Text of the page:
WHICH SHOULD come first among a labor union's priorities--jobs or wages? A majority of workers at a mining and smelting plant in Kellogg, Idaho, thought that saving their jobs was more important. They voted to accept a 25 percent cut in pay and other benefit reductions demanded by a group of investors as the condition for reopening the recently closed plant. When steelworkers' union leaders failed to ratify the agreement and the jobs vanished, many of the workers felt betrayed.
The anger of the laid-off workers is easy to understand. But so is the position of the union leaders. The investors' offered a no-negotiation deal with a one-week deadline for acceptance. The local union members' vote to accept the proposal caught union leaders by surprise on the eve of the offer's expiration. It would not be surprising if national union leaders were loath to accept a stiff take-it-or-leave- it deal that might have set a precedent for major steelworkers' negotiations elsewhere in progress.
One of the major reasons why nationwide unions were formed, after all, was to protect workers in one- industry towns like Kellogg from being browbeaten by local employers into accepting bad deals. In the decades of prosperity after World War II, strong unions were able to deliver a steadily rising standard of living to their members by focusing on wages and benefits first and employment impacts second, if at all. Concessions were sometimes agreed to when plant closings were at risk, but these were usually minor and confined to special situations--and frequently, as union leaders remember, the plants closed anyway.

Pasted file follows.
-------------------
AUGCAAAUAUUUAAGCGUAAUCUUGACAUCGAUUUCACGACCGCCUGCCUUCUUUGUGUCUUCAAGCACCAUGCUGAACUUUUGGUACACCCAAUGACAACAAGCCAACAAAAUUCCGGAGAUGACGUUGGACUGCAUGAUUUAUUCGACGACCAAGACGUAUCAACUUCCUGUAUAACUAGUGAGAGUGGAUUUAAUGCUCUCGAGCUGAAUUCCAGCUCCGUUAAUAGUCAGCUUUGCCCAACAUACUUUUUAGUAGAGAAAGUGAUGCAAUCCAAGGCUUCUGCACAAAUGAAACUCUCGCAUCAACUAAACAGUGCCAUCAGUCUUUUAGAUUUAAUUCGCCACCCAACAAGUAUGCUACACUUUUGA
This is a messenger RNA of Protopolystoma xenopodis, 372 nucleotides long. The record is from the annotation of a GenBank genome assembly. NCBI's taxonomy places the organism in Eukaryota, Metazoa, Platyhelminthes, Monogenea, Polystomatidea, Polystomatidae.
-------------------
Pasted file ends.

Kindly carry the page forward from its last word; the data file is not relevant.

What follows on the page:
When an industry is thriving, propping up marginal producers is no more in the long-run interest of labor than it is of management. Now, however, with many basic industries under severe stress, both labor and management need to reassess their positions. In the last few months major unions have agreed to "give- backs" of wages and benefits affecting hundreds of thousands of workers. An important feature of most of these deals, however, was a recognition by management that concessions--including more participation for workers in management decisions--were called for on their side of the table as well.
Reviving the nation's industrial strength will require more than bringing the compensation of over- favored workers back into line with the prevailing norms of American industry or its strongest international competitors. Improving productivity may depend far more on better management than on speeding up or streamlining current methods of operation. And better management may require abandoning, or at least modifying, the adversarial tradition in U.S. labor-mangement relations.